Brainwave: The Face Transplant Surgeon

This past Wednesday, as part of the Rubin Museum’s Brainwave series, face transplant surgeon Eduardo Rodriguez talked about the mental and physical aspects of his profession with Princeton neuroscientist Timothy Buschman. The first face transplants took place in 2005, Rodriguez said; roughly 30 have taken place since then. One of the few people capable of doing this surgery, Rodriguez gave great detail about what it takes to transplant a face, what it means for people involved, and what the future holds for this type of surgery.

Successful face transplantation requires teamwork. In the case of his patient Richard, Rodriguez said, 150 professionals tended to various aspects of the case, including psychiatrists, neuroethicists, sociologists, pathologists, radiologists, and dozens of surgeons. [Read more about Richard’s experience in this ABC News story]

Another essential aspect of the preparation is training. Rodriguez and his surgical team rehearsed the operation 15 times before they performed it. The first practice surgeries were conducted on a cadaver; each operation lasted more than 12 hours. The team’s final practice surgery was “like a dress rehearsal, for lack for a better term:” the team operated on a brain-dead donor on life support. They did all this practice because the surgery, repairing so many parts so severely damaged, had never before been successfully completed.

With the team assembled and trained, the next step was to wait. As with any other transplant surgery, face transplant patients must wait for a matching donor—a brain-dead organ donor with an appropriate blood type and facial bone structure.

After spending an entire Saturday moving into a new home with his wife, Rodriguez got the call at midnight that there was a potential donor for him to examine. At the hospital he stayed up all night examining donor records and fielding calls from experts around the world. At 6 am, he gave the call for his patient Richard and the surgical team to assemble for the real performance.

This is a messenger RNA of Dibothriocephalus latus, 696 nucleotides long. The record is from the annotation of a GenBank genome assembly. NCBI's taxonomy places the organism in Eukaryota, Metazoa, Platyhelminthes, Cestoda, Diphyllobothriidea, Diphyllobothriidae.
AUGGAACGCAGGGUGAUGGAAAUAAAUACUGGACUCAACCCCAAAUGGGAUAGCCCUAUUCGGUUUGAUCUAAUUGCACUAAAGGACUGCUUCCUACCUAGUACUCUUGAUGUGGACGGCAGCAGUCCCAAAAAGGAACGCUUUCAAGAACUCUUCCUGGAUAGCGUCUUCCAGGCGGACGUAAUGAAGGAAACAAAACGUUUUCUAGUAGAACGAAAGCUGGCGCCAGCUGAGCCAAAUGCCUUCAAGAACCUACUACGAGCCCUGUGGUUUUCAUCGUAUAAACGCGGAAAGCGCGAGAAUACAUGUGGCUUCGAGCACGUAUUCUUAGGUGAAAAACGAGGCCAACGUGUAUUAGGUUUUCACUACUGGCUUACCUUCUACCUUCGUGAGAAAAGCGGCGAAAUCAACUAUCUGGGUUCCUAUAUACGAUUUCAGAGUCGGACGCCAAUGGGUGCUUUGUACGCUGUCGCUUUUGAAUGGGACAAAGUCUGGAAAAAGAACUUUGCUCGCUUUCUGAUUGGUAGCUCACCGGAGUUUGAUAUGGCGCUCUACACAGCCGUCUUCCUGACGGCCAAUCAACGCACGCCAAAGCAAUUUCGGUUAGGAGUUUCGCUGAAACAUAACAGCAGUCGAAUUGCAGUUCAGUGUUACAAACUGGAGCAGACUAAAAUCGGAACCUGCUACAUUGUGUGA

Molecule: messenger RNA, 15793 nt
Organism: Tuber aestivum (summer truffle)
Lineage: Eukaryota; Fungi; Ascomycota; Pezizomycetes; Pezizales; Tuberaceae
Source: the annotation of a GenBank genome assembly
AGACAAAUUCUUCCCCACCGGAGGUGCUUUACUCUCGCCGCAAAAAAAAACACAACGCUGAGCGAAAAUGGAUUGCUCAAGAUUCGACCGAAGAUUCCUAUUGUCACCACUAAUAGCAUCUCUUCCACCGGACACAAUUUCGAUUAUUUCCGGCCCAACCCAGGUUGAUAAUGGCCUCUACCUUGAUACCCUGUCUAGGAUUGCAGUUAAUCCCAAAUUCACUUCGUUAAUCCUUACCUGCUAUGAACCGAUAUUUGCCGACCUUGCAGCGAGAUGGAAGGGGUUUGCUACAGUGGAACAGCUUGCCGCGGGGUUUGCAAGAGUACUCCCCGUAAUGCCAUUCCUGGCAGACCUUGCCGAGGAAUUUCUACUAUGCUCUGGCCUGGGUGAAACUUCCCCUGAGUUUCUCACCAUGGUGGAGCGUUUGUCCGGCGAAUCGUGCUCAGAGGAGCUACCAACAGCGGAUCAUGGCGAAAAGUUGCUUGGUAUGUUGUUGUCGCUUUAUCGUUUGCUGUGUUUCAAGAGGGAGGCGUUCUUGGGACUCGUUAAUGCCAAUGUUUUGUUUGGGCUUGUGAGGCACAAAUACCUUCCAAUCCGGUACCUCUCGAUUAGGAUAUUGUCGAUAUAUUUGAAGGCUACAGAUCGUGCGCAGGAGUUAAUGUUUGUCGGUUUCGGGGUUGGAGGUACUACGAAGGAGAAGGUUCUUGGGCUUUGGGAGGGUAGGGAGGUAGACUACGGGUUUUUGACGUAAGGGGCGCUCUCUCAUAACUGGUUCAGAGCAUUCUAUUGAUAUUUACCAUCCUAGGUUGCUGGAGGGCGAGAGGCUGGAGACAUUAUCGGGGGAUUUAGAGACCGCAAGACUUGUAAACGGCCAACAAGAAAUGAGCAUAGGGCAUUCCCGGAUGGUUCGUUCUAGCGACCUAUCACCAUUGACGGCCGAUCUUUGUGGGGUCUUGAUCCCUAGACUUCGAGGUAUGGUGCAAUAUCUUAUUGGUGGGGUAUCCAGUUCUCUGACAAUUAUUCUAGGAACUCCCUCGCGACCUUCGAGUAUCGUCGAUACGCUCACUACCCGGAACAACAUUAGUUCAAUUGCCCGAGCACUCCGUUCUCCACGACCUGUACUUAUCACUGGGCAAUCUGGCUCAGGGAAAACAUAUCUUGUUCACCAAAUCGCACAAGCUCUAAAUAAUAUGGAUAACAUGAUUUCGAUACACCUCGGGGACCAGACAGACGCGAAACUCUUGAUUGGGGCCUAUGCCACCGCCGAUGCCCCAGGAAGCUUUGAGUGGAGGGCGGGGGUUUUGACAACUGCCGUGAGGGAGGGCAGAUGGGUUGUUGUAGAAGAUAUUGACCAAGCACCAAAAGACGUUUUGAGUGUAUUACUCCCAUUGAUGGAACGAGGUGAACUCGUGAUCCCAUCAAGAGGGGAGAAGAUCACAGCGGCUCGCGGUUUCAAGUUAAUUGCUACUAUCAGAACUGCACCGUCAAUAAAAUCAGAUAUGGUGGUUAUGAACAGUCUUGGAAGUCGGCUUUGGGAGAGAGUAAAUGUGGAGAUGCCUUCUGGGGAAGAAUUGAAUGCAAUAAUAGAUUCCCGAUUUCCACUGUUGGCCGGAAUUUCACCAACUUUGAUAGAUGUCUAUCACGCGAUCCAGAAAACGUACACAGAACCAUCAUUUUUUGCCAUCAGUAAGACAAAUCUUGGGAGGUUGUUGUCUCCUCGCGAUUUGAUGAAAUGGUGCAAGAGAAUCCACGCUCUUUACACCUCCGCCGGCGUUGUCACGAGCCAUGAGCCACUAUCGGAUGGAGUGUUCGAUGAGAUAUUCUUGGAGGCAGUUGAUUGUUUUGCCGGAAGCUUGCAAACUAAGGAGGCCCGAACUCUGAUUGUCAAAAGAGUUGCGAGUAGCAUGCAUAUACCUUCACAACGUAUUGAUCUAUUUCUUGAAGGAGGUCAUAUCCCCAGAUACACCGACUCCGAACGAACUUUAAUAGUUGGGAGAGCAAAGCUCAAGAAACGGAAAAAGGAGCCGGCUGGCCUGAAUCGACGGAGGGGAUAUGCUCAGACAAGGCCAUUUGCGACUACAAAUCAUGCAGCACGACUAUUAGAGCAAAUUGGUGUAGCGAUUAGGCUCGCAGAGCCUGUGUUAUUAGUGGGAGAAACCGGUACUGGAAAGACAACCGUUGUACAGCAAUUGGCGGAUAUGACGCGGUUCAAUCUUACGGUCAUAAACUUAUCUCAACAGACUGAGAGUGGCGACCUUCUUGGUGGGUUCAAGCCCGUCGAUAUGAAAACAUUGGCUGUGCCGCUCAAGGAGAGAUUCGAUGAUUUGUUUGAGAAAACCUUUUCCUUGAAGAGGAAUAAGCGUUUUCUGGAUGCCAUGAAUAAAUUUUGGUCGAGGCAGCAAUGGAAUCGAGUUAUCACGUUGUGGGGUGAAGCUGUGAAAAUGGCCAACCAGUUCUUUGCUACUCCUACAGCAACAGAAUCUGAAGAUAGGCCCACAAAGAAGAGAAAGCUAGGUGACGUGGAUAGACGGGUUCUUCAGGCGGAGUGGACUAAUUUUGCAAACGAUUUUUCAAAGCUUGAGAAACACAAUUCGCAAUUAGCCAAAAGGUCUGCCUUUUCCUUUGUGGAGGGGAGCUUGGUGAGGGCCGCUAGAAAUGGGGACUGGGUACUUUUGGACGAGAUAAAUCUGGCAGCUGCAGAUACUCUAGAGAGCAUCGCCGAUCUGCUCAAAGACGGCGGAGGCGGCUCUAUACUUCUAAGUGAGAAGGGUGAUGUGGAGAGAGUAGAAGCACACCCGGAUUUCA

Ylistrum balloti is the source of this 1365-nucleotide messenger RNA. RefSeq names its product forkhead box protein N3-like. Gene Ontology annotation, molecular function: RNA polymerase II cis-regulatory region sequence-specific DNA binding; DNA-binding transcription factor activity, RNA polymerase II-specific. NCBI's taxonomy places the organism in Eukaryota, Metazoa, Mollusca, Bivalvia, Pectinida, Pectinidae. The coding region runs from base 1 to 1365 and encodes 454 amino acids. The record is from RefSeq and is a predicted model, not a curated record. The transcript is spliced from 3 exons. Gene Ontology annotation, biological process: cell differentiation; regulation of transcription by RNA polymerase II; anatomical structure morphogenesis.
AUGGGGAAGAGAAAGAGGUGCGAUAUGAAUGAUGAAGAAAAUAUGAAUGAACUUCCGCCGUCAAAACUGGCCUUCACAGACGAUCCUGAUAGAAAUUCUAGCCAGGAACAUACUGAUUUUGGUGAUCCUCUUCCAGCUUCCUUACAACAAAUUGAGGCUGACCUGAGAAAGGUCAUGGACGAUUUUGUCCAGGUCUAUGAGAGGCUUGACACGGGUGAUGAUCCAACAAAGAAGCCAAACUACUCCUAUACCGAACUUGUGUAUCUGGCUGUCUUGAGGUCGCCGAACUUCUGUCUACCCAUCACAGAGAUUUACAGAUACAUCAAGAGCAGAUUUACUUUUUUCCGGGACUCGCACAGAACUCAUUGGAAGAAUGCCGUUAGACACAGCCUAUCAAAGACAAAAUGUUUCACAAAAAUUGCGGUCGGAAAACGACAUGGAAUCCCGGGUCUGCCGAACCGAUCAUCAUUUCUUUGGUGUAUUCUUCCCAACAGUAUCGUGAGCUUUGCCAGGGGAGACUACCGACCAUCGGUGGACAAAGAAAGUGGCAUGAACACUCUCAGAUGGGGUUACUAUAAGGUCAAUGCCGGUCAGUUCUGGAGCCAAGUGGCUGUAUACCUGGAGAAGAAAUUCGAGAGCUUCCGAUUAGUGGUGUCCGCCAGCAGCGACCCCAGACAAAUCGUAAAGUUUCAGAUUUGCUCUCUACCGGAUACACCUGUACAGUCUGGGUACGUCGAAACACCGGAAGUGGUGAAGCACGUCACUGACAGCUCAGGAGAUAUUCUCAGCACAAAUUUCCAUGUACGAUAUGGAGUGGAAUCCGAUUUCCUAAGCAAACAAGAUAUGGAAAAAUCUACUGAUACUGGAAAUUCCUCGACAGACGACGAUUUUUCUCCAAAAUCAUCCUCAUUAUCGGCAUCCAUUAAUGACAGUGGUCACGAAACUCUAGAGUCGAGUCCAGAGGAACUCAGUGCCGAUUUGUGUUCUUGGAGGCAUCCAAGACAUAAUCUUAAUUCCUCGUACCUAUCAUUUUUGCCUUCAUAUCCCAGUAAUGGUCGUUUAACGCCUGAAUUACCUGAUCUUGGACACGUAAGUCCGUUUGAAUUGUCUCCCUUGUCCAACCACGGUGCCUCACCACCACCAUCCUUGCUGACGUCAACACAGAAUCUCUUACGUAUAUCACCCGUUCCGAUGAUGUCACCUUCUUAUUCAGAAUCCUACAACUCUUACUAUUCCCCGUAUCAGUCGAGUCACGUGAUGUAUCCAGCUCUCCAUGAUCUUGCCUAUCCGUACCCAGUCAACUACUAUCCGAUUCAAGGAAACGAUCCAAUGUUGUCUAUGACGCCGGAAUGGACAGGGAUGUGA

The transplant took 36 hours to complete. With the brain-dead donor on life support and Richard under anesthesia, Rodriguez and his team transplanted the skin, muscle, and nerves of the “…forehead, everything in front of the ears, the eyelids, the nose, the lips, all the way down to the neck. Everything inside the jaw bones, the bones around the eye sockets, the upper teeth, lower teeth, lower jaw, tongue, palate.”

After successfully completing the surgery, Rodriguez had been awake for three days straight. When asked how he maintained his focus throughout the operation, he responded, “When your children are sick, I can guarantee you that the last thing on your mind is worrying about how much sleep you need, and that was what this was like to go through.”

What does it mean for the patient and families involved?

For the patient, too, face transplantation is serious surgery; it is preceded by prior surgeries and often severe psychological hardship. Along with a suitable medical background, the patient selected must have a strong social support system, resilient characteristics, and show evidence that he or she will commit to a lifetime of “medical compliance,” following doctor instructions on taking medicines and returning for checkups, for example.  According to Rodriguez, the two recorded face transplant fatalities likely stemmed from patients who stopped taking their immune system suppressing drugs. As do other people who get transplants, face transplant patients must be prepared to take medication for the rest of their lives.

After the surgery, Rodriguez visited Richard’s family. During this emotional visit, Rodriguez noticed that the family kept two pictures of Richard on the mantel; one from before the accident that maimed his face, and one from after his transplant operation. Richard is a man of three faces, each face altering his sense of self. It was touching to hear that Richard’s family supports every facet that makes their son unique.

[Photos courtesy of the University of Maryland Medical Center]

[Photos courtesy of the University of Maryland Medical Center]

What is the direction of face transplant medicine?

Rodriguez’s breakthrough surgery paves the way for new medical research and improved surgical methods. Rodriguez now consults the US Surgeon General and the Department of Defense on the topic of facial transplantation. He also helps train the next generation of face transplant surgeons.

Contemplating the future of his discipline, Rodriguez believes that face transplants will remain rare for the time being, and he looks forward to a future where tissue rejuvenation therapies play a larger role in facial surgery.

The next Brainwave event is Sunday, March 16, at 3 pm,  when Personality psychologist John D. Mayer gets some tips from star poker player Vanessa Selbst about how to avoid a bad read, limping in, and when to bluff the pot. 

–Charles Sadle

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